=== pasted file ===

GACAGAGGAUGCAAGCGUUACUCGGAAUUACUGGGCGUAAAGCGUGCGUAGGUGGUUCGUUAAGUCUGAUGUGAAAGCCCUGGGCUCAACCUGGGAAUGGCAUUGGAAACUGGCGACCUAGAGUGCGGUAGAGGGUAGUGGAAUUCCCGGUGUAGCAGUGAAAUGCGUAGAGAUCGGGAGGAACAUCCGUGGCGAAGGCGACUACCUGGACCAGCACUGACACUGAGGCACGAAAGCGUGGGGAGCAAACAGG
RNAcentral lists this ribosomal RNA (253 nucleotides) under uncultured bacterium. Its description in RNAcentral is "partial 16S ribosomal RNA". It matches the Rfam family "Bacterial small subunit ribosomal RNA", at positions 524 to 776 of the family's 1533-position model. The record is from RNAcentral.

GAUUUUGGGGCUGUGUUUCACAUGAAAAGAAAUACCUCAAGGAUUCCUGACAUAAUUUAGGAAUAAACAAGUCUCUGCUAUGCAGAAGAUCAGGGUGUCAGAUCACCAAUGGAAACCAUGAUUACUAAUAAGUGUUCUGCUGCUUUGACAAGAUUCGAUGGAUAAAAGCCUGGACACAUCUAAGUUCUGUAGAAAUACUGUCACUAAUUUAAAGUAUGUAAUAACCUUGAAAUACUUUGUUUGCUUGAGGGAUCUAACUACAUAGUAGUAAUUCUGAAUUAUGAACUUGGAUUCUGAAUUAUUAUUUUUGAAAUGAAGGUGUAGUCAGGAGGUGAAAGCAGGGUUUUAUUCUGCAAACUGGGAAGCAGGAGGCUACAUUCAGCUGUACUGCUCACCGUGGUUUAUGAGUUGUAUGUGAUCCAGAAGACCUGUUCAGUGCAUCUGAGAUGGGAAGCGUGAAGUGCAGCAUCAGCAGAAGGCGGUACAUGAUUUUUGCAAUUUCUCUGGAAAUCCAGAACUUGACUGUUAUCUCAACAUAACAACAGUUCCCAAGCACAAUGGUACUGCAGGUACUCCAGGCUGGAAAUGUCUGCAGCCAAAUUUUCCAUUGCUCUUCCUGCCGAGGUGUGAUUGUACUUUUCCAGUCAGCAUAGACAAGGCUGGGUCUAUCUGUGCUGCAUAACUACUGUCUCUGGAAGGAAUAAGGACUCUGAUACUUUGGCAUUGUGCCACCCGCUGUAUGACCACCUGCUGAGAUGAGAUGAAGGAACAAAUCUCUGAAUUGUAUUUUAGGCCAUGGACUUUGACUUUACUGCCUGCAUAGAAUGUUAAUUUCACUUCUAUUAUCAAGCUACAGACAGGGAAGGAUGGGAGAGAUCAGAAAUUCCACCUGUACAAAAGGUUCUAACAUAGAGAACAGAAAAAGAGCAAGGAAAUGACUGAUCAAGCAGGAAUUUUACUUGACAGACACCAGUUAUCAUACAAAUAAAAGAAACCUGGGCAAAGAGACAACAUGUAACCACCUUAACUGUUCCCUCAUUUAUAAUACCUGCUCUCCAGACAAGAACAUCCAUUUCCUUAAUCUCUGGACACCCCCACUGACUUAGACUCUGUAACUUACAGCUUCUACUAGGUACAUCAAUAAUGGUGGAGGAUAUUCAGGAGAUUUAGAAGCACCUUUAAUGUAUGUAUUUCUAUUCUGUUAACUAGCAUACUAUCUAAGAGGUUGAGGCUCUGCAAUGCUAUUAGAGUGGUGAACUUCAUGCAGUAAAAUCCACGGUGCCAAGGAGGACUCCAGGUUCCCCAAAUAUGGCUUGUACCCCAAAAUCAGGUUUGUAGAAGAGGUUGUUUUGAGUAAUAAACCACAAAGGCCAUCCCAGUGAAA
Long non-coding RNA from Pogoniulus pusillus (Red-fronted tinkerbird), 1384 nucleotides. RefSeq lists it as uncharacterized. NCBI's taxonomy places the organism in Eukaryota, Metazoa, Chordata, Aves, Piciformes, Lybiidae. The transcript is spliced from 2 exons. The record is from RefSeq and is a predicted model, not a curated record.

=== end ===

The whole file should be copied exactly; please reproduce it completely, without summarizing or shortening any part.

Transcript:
GACAGAGGAUGCAAGCGUUACUCGGAAUUACUGGGCGUAAAGCGUGCGUAGGUGGUUCGUUAAGUCUGAUGUGAAAGCCCUGGGCUCAACCUGGGAAUGGCAUUGGAAACUGGCGACCUAGAGUGCGGUAGAGGGUAGUGGAAUUCCCGGUGUAGCAGUGAAAUGCGUAGAGAUCGGGAGGAACAUCCGUGGCGAAGGCGACUACCUGGACCAGCACUGACACUGAGGCACGAAAGCGUGGGGAGCAAACAGG
RNAcentral lists this ribosomal RNA (253 nucleotides) under uncultured bacterium. Its description in RNAcentral is "partial 16S ribosomal RNA". It matches the Rfam family "Bacterial small subunit ribosomal RNA", at positions 524 to 776 of the family's 1533-position model. The record is from RNAcentral.

GAUUUUGGGGCUGUGUUUCACAUGAAAAGAAAUACCUCAAGGAUUCCUGACAUAAUUUAGGAAUAAACAAGUCUCUGCUAUGCAGAAGAUCAGGGUGUCAGAUCACCAAUGGAAACCAUGAUUACUAAUAAGUGUUCUGCUGCUUUGACAAGAUUCGAUGGAUAAAAGCCUGGACACAUCUAAGUUCUGUAGAAAUACUGUCACUAAUUUAAAGUAUGUAAUAACCUUGAAAUACUUUGUUUGCUUGAGGGAUCUAACUACAUAGUAGUAAUUCUGAAUUAUGAACUUGGAUUCUGAAUUAUUAUUUUUGAAAUGAAGGUGUAGUCAGGAGGUGAAAGCAGGGUUUUAUUCUGCAAACUGGGAAGCAGGAGGCUACAUUCAGCUGUACUGCUCACCGUGGUUUAUGAGUUGUAUGUGAUCCAGAAGACCUGUUCAGUGCAUCUGAGAUGGGAAGCGUGAAGUGCAGCAUCAGCAGAAGGCGGUACAUGAUUUUUGCAAUUUCUCUGGAAAUCCAGAACUUGACUGUUAUCUCAACAUAACAACAGUUCCCAAGCACAAUGGUACUGCAGGUACUCCAGGCUGGAAAUGUCUGCAGCCAAAUUUUCCAUUGCUCUUCCUGCCGAGGUGUGAUUGUACUUUUCCAGUCAGCAUAGACAAGGCUGGGUCUAUCUGUGCUGCAUAACUACUGUCUCUGGAAGGAAUAAGGACUCUGAUACUUUGGCAUUGUGCCACCCGCUGUAUGACCACCUGCUGAGAUGAGAUGAAGGAACAAAUCUCUGAAUUGUAUUUUAGGCCAUGGACUUUGACUUUACUGCCUGCAUAGAAUGUUAAUUUCACUUCUAUUAUCAAGCUACAGACAGGGAAGGAUGGGAGAGAUCAGAAAUUCCACCUGUACAAAAGGUUCUAACAUAGAGAACAGAAAAAGAGCAAGGAAAUGACUGAUCAAGCAGGAAUUUUACUUGACAGACACCAGUUAUCAUACAAAUAAAAGAAACCUGGGCAAAGAGACAACAUGUAACCACCUUAACUGUUCCCUCAUUUAUAAUACCUGCUCUCCAGACAAGAACAUCCAUUUCCUUAAUCUCUGGACACCCCCACUGACUUAGACUCUGUAACUUACAGCUUCUACUAGGUACAUCAAUAAUGGUGGAGGAUAUUCAGGAGAUUUAGAAGCACCUUUAAUGUAUGUAUUUCUAUUCUGUUAACUAGCAUACUAUCUAAGAGGUUGAGGCUCUGCAAUGCUAUUAGAGUGGUGAACUUCAUGCAGUAAAAUCCACGGUGCCAAGGAGGACUCCAGGUUCCCCAAAUAUGGCUUGUACCCCAAAAUCAGGUUUGUAGAAGAGGUUGUUUUGAGUAAUAAACCACAAAGGCCAUCCCAGUGAAA
Long non-coding RNA from Pogoniulus pusillus (Red-fronted tinkerbird), 1384 nucleotides. RefSeq lists it as uncharacterized. NCBI's taxonomy places the organism in Eukaryota, Metazoa, Chordata, Aves, Piciformes, Lybiidae. The transcript is spliced from 2 exons. The record is from RefSeq and is a predicted model, not a curated record.